“Hey, a rule is a rule. And let’s face it: without rules? There’s chaos.” – Kramer.
I’ve been watching a lot of Seinfeld of late and it got me to thinking I’ve never had an original idea in my whole life.
Take, for instance, my coffee table. We didn’t invite it into our home, it was here when we arrived. It is essentially a piece of bent transparent Perspex, probably hailing from some minimalist trendy furniture boutique because our urban jodhpur-wearing landlady is a bit like that. Not only is it entirely invisible, it also has curved sides you have to be wary of: place your bowl of Oat So Simple a careless inch too far to the sloping left and you’ll have a cereal-based catastrophe all over the carpet, a radius of oaty spatter reaching corners of the room you never even knew were there. When drunk, one might be inclined to climb underneath this plastic dome and look up at the ceiling: an expanse of white marred only by the light fittings, the pepper grinder, and the Radio Times. I like to pretend they are deep-sea fish and I am Steve Zissou.
So I’m watching an episode of Seinfeld: The Truth (Season 3, Episode 2). Kramer bursts into Jerry’s apartment proudly brandishing a windshield he had found on the pavement outside, unable to believe someone would throw something so useful away. “You know, I’m gonna make a coffee table out of this,” he says, to which Jerry replies, “Well, wouldn’t it be invisible? What are you gonna do, just sense it’s in front of the couch?”
Looking at my own invisible coffee table, its vague outline only deduced from the gouged imprints in the similarly trendy carpet beneath it, I can recall at least three occasions on which I have said to nervous houseguests, “Yes it’s invisible but it’s fine. You’ll sense it!” before, without fail, they leave with horizontal shin-bruises identical to my own. Prior to watching The Truth the other day I had no conscious recollection of that fucking episode. I don’t know how much of my personality is down to me and how much I have pinched by osmosis from the most successful sitcom of all time, but if I think about it any longer I’ll probably just have to top myself.
Re-watching Seinfeld from the beginning in an epic arsenumbing marathon wasn’t even my idea in the first place: it was my pal Nat Metcalfe’s, who is one of the few people in England to even know what Seinfeld is. When I first came to the UK four years ago I was horrified to find that no one had seen it, the show having been victim to bad scheduling. Though if you ask anyone who was unemployed for any length of time between about 1995 and 2005, chances are they’re a Seinfeld fan due to the vast amounts of telly they imbibed at ungodly hours in their similarly ungodly underpants. In Australia it’s on TV more than Friends is everywhere else in the world, or at least it was for a solid decade from about 1990. There were re-runs on weekdays at 7pm and new episodes Wednesday nights at 7:30pm on Channel Ten. Everybody knew that. The airing of the final episode made headline news. Having been programmed from a young age, Seinfeld has tinted my world. For better or worse, I see everything through Larry David’s thick lenses.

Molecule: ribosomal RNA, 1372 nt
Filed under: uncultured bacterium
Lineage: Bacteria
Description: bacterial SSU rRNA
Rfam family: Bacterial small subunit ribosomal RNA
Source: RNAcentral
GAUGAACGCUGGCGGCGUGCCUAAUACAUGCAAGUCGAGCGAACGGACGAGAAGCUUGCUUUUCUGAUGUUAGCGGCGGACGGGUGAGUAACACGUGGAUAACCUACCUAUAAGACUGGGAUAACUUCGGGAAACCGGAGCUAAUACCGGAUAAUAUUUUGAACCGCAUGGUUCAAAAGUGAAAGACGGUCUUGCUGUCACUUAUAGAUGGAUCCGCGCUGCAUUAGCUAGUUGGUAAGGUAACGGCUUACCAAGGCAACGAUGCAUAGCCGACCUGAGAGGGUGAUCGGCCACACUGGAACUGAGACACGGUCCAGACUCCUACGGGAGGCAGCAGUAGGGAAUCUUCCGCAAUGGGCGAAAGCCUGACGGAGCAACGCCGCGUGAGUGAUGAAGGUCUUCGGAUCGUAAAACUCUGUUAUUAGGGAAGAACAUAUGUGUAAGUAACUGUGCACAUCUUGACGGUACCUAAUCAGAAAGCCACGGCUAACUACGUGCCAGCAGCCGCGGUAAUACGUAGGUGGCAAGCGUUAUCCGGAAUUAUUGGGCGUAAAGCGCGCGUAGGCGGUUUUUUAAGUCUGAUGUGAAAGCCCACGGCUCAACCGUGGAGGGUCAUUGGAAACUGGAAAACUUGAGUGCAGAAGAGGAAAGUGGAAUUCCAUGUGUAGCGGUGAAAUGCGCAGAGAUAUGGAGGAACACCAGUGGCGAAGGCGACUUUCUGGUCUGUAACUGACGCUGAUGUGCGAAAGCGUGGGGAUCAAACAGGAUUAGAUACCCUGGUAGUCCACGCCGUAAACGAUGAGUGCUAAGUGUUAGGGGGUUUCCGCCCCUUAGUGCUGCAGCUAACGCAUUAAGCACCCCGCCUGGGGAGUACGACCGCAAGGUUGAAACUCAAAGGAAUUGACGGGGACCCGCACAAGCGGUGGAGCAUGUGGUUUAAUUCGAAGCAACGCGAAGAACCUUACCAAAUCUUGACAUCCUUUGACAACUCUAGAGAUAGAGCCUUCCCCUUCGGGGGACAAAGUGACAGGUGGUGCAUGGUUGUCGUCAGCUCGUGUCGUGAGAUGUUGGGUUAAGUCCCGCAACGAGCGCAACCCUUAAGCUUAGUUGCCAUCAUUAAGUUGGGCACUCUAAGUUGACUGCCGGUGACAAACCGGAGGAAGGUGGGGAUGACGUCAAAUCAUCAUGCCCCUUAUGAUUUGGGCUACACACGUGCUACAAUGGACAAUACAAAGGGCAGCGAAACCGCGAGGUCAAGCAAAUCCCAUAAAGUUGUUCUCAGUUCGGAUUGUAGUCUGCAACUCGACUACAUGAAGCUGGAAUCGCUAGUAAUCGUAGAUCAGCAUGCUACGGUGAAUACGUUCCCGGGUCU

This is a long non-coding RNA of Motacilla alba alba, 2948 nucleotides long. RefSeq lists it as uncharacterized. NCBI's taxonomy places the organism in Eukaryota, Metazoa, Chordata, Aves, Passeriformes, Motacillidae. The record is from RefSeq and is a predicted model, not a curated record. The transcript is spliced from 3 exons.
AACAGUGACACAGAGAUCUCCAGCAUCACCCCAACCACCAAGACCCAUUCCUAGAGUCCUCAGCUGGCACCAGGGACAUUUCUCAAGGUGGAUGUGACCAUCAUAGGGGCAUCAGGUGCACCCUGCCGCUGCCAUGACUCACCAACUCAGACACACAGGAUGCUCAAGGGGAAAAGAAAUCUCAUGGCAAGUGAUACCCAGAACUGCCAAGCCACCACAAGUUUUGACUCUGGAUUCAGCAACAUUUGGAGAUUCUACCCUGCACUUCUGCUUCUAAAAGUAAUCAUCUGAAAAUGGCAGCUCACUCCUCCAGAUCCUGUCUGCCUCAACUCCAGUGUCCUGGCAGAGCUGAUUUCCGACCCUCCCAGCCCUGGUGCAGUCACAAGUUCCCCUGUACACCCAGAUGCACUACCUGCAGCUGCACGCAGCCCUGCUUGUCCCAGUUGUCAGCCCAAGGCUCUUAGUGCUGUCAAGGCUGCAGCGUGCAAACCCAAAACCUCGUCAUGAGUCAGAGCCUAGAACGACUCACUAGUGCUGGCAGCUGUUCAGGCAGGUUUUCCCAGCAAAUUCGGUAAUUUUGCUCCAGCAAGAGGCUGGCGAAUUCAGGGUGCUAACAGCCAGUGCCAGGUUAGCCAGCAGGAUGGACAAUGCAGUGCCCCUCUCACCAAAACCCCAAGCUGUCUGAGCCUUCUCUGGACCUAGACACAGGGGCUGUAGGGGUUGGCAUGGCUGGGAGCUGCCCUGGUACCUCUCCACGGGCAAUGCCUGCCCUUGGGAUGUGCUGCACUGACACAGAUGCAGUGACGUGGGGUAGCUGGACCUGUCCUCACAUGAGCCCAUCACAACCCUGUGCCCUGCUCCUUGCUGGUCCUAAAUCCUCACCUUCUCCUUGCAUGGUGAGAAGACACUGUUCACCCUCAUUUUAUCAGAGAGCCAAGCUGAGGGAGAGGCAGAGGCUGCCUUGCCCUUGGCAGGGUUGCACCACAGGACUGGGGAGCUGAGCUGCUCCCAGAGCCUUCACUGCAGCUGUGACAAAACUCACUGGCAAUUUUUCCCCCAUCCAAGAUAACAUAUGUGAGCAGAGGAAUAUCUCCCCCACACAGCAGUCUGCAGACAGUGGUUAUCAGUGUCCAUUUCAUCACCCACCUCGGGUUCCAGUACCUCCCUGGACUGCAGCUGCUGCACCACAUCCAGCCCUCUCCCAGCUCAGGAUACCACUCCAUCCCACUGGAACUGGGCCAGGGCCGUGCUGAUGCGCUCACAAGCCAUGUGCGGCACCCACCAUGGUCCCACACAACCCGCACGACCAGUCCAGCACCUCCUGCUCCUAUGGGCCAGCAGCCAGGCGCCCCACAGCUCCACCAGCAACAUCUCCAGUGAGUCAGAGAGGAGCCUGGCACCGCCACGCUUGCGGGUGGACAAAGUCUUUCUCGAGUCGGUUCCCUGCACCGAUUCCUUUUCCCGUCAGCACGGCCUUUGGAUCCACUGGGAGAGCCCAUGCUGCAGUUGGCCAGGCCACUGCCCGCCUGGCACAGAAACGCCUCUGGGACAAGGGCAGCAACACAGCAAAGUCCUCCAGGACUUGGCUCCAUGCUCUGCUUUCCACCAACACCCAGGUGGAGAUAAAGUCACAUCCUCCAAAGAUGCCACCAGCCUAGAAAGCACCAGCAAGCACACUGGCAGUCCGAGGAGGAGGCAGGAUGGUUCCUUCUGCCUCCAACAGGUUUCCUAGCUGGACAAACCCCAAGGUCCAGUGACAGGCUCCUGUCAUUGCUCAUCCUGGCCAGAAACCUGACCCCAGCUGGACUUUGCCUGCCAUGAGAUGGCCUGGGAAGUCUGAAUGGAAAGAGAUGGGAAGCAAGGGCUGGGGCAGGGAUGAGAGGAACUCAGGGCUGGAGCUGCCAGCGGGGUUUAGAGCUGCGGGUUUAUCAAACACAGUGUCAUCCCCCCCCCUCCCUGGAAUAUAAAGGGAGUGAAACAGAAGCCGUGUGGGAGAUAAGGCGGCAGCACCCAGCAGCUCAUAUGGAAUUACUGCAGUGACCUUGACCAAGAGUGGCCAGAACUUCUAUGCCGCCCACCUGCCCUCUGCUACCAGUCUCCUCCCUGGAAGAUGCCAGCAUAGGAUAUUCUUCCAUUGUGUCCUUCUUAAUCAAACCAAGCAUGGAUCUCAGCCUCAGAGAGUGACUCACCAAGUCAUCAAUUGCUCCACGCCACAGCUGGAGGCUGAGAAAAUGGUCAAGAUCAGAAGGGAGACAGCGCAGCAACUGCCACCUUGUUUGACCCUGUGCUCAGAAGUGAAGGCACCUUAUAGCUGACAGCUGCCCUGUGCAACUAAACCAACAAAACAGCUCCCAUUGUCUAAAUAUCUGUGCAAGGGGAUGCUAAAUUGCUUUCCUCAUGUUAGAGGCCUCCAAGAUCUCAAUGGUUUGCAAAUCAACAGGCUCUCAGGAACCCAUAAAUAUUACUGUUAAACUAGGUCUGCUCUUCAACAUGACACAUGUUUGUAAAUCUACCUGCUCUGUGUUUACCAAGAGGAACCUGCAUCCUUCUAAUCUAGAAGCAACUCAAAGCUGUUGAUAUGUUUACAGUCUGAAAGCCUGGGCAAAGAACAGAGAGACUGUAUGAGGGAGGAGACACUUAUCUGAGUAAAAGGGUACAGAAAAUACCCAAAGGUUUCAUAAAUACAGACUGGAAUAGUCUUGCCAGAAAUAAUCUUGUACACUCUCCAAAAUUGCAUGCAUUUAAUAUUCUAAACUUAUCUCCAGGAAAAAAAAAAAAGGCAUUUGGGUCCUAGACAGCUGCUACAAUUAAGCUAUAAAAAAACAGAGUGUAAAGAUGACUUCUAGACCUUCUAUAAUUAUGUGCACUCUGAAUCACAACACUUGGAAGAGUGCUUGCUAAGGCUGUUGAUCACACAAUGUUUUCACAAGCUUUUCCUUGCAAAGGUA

Nat and I work in a comicbook shop and are thus on the frontline of awkward human interaction. Similarly programmed, he has been my sounding board for every moral dilemma I’ve had since late 2008. And when I say “moral dilemma” I actually mean stuff like “Hey Nat, would you ever send an email marked as High Priority?” What follows is half an hour of discussion about whether boldly assuming your own blather to be the most important piece of mail that recipient has to deal with is wrong, right, or “Maybe a bit dickish.”
I’m constantly recounting awkward minutiae to be pulled apart and examined. The etiquette in the line at Pret. The correct number of biscuits to be taken if a packet is offered, and how the rules change depending if it’s a half-empty packet, or a higher quality of biscuit. How to correctly return a pair of perfectly fine though ill-fitting jeans to the shop, having underestimated how fat you actually are. Every single moment has the potential to go horribly, though seemingly infinitesimally, wrong. “Is this weird? Am I wrong?” Nat does too, though would probably be quick to point out he’s not asking me because he thinks I’ll give him the socially correct answer, but because I’ll make him feel better about whatever it is he’s doing, be it eating an entire Dinner-For-Two microwave meal in one sitting (Answer: this is perfectly okay as one dish counts as one dinner) or doing a post-match analysis on how the round system worked at the pub last night: Did I see how he was forced to buy himself the second pint despite buying everyone the first round? Do they not know the rules? ARE WE NOT LIVING IN A SOCIETY HERE?!
Jerry: I can’t sit by and allow this to go on! It’s a moral issue is what it is!
George: You can’t compromise your principles!
Jerry: How am I gonna live with myself?
George: Can’t live!
Jerry: I’m not religious but I certainly know where to draw the line.
George: This country needs more people like you.
Jerry: There should be more people like us!
George: That’s why the world’s in the shape it’s in.
Jerry: You’re tellin’ ME!
Any conceivable situation you can think of has its parallel Seinfeld episode. Jerry, George, Elaine and Kramer have been everywhere you’ve been and everywhere you think you’re going. And there they are asking, “Is this weird? Am I wrong?” What are the rules by which wrongness can be judged? Nat decided one day that Seinfeld is The Rules. I’m extrapolating here, but we can consider it a sort of Ten Commandments for how to do things and how not to do things. Mostly how not to do things. Instead of Jesus, we’ve got Jerry. Instead of Judas, we’ve got Newman. And it seems to be working out for us. It’s sort of a two-man religion, but we’re taking new members as long as you know The Rules. Is this weird? Am I wrong?